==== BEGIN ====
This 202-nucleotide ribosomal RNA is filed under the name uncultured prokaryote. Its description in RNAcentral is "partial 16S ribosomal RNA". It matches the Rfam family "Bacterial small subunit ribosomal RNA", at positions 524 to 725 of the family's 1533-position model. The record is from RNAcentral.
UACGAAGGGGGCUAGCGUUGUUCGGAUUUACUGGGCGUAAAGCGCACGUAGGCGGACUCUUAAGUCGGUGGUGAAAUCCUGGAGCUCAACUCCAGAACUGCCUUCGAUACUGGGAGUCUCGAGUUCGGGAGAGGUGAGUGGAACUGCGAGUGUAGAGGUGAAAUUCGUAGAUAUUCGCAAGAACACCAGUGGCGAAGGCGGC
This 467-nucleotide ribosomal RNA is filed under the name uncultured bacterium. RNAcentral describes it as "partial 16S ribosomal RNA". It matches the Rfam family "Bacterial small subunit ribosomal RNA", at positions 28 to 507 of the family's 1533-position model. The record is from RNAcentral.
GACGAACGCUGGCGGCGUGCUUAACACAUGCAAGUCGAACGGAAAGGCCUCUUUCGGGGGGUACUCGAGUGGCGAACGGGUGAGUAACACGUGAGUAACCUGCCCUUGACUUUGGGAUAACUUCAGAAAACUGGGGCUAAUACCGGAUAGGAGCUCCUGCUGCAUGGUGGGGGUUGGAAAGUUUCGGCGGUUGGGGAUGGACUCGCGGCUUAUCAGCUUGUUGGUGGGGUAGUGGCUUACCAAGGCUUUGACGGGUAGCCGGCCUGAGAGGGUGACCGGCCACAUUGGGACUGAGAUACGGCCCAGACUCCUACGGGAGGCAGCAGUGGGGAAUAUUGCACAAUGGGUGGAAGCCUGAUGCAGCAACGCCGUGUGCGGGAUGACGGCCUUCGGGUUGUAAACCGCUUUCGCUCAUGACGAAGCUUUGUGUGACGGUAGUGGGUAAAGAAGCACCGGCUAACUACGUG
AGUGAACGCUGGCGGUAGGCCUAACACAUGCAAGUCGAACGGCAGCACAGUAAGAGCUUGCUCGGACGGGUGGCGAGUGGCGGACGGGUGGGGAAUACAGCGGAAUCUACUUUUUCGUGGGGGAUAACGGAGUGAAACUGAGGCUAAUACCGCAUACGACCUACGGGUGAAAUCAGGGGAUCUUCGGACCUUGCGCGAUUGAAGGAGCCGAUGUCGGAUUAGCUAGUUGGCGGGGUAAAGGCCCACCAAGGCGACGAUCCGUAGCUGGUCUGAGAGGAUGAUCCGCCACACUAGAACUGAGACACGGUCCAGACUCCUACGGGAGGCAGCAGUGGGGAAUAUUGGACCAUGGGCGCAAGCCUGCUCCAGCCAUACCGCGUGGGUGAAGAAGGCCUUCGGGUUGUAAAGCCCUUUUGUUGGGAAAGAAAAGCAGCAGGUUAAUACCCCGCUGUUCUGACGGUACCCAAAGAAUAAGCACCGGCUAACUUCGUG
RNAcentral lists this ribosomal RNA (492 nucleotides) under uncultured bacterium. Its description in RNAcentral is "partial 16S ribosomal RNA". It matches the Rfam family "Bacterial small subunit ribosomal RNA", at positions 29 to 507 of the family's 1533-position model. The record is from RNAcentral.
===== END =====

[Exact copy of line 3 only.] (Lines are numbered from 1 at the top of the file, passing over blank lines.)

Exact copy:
This 467-nucleotide ribosomal RNA is filed under the name uncultured bacterium. RNAcentral describes it as "partial 16S ribosomal RNA". It matches the Rfam family "Bacterial small subunit ribosomal RNA", at positions 28 to 507 of the family's 1533-position model. The record is from RNAcentral.